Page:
Codenames is an incredibly fun, deep, and addicting tabletop game. The game revolves around a 5 x 5 grid of words. Two teams race to pick out the eight (or nine if you go first) words that belong to your team. Two spymasters give their teams one-word clues that will hopefully guide their teammates to their respective words on a 5 x 5 board. Clues that let teams pick more words correctly are better. The first team to get all their words win!
It’s fun. It’s funny. It’s hard. But we can make this game easy, not fun, and more like a math exercise. How? With binary! We can do this because:
- While a particular word can be blue (one team), red (the other team), black (instant loss if selected), or beige (turn ends immediately) we only care about whether it’s a word belonging to our team or not. Ours or not ours. Binary.
- The numbers from zero to a hundred can be expressed as SINGLE words. Yes, the numbers 21 through 99 are hyphenated! This grammar technicality is powerful!
- Given we’re restricted to one word clues that will be numbers ranging from 0 to 100, we can usually express 6 bits of information and sometimes 7. For reference, 111111 (6 bits) = 63, 1111111 (7 bits) = 127, 1000000 (7 bits) = 64. In some cases were we have a lot of 0s at the end, we will express less than 6 bits of information (e.g. 01 is equivalent to 000000001).
What does this all mean? With 5 x 5 grid of words the spymaster has 25 bits of information they need to get across to their team. Using only one word you can transmit about 6 bits of information. So you’ll about need 5 turns to share 25 bits because 6 + 6 + 6 + 6 + 6 > 25. But depending on how the words you need to pick are placed (i.e. the last few spaces on the board do not belong to your team so you’ll win before you need to share this information), and if you can squeeze in a 7-bit number, you’ll on average only need 4 turns to win!
Here’s an example of what this would look like for a particular configuration. In this example, we’ll play the role of the red team. The red team goes first so we’ll need to pick out 9 words.
- 1st turn say “70” - 1000110, 7 bits, yellow text
- 2nd turn say “20” - 10100, 5 bits, green text
- 3rd turn say “64” - 1000000, 7 bits, pink text
- 4th turn say “44” - 101100, 6 bits, white text
Note that the green text number (i.e. 10100) highlights the case mentioned above about expressing a lower than average amount of bits when we have a lot of 0s.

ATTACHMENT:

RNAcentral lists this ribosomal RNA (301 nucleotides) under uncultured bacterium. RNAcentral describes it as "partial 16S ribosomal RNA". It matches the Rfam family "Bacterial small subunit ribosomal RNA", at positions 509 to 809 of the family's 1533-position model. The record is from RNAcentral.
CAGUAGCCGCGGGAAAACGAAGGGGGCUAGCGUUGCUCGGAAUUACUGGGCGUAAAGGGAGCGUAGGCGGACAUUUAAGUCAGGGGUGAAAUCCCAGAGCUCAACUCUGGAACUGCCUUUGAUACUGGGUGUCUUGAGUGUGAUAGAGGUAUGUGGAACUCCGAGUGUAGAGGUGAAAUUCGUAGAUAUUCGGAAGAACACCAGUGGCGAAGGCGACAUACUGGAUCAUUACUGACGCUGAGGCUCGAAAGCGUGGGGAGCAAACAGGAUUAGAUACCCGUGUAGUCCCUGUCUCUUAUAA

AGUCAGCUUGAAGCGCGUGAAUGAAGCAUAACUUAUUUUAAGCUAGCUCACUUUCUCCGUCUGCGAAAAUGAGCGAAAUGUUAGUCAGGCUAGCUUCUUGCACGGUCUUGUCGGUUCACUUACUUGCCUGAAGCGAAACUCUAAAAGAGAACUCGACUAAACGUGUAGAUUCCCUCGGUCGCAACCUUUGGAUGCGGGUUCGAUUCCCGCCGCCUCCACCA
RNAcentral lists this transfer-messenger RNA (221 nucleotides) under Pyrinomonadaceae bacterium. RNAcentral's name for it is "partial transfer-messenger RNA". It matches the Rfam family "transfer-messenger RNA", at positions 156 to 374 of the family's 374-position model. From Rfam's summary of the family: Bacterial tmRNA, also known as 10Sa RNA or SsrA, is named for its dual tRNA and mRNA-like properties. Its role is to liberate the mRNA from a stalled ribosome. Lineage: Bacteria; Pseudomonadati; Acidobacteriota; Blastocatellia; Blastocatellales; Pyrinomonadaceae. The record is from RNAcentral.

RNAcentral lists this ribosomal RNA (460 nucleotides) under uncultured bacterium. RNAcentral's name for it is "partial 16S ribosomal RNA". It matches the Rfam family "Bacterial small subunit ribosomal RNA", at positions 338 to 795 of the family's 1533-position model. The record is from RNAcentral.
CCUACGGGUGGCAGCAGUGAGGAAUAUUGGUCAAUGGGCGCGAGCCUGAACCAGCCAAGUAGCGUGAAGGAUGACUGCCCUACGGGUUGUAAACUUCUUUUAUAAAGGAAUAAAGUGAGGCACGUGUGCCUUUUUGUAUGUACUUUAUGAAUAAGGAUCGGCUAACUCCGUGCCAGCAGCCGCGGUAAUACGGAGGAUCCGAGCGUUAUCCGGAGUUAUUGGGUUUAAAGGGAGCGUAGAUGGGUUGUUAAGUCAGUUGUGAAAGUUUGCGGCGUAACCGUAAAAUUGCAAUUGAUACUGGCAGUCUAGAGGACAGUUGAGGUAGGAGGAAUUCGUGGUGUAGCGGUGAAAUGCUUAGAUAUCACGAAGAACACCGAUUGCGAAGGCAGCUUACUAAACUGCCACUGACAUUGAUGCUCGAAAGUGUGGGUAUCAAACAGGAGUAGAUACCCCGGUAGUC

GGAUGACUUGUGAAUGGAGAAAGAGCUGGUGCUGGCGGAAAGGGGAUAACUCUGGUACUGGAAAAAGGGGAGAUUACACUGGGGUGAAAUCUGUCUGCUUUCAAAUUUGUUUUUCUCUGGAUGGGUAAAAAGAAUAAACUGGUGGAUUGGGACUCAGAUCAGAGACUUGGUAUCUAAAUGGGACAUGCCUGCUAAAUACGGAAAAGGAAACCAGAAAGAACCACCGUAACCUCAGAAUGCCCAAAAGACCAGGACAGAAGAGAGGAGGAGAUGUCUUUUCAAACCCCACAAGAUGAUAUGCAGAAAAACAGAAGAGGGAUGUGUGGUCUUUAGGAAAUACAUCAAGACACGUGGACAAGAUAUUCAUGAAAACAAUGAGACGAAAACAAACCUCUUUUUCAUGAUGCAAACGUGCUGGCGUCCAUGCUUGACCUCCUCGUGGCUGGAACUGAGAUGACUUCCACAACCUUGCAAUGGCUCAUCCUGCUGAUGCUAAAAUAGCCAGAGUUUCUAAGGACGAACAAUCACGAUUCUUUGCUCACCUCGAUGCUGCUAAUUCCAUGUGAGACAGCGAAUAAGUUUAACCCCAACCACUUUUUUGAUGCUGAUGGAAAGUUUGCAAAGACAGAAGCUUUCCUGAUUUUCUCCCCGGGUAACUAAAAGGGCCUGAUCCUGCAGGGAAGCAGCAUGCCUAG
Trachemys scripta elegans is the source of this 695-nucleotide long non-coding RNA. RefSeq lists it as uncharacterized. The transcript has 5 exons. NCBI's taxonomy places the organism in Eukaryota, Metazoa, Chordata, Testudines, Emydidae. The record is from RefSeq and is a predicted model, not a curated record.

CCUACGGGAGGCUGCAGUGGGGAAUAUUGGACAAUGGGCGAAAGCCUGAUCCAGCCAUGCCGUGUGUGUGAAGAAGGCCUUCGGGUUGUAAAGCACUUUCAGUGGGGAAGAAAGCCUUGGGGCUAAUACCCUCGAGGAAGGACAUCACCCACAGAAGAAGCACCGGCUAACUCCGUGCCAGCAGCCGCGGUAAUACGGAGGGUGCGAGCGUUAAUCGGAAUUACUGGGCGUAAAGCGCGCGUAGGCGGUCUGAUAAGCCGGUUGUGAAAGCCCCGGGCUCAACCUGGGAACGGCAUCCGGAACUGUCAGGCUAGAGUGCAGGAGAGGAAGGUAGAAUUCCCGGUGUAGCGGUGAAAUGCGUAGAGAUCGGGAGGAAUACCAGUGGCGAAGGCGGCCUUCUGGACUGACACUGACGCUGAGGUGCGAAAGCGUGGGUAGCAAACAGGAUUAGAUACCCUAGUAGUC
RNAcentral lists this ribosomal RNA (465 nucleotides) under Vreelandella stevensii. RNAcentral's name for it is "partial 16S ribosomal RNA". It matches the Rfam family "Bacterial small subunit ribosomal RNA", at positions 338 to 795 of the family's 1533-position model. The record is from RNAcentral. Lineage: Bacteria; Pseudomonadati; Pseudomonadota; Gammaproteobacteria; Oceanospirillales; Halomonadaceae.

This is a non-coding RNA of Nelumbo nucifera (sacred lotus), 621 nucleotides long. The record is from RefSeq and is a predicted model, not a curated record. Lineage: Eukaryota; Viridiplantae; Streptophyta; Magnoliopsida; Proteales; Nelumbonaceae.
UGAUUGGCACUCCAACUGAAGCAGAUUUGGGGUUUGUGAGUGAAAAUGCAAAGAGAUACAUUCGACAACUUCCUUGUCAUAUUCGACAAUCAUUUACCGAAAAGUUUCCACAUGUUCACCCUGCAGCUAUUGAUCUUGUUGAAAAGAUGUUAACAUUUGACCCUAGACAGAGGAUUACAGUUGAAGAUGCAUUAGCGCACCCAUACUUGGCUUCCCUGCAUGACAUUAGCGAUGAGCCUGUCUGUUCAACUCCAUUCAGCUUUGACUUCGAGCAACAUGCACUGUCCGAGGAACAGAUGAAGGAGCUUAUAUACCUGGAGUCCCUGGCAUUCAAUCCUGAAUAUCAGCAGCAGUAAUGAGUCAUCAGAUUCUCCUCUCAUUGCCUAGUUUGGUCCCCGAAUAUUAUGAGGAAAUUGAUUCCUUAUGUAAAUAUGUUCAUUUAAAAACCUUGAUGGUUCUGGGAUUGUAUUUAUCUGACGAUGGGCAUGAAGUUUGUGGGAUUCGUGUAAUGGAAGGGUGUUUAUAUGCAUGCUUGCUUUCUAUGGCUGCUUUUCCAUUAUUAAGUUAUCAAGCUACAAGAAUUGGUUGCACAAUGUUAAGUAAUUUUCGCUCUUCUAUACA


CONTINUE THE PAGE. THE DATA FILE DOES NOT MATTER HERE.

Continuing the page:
My friends and I have played a lot but we have not gotten to the point where we can win in 4 turns. That said, are we going to use this system? Probably not… since it ruins in the fun and, more importantly, breaks the rule that the clue must be “about the meaning of the word.” That said, it was a fun thought exercise.
I do instructor scheduling for the San Francisco Kendo Dojo. Google Calendar and creating events that repeat monthly solves most of the scheduling puzzle. But I was sometimes getting questions about who was teaching and when. I decided weekly reminders directly to instructors' email inboxes with the week’s schedule was the way to keep everyone up-to-date. In keeping with 2016’s automation goal, I decided to automate these weekly reminders.
kendo-emailer is a Java-based project that uses the Google Calendar and Gmail API. It pulls events from the kendo instructor calendar, creates a nice email for any events within the next 2 weeks, and sends it to all the instructors. For anyone teaching in the coming week, their last name is put in the subject. The idea here is that even if someone does not open the email, they will hopefully see their name in the subject line!
I use CronniX to schedule weekly emails by running this project on my home server. To ensure I don’t email instructors anything weird I have the project email only me (preview mode) on Friday afternoon. If everything looks good, I don’t need to fix anything for the email sent to everyone (production mode) on Saturday. This preview/production system is a cheap and easy way to let me “deploy” code that impacts people.
I’m happy to report that the reminder emails have been very well-received! I generalized kendo-emailer to share it without compromising personal information (e.g. instructor names and emails are pulled from a CSV file that is gitignored). I hope it’s helpful for anyone looking to do some automation with Google Calendar and Gmail.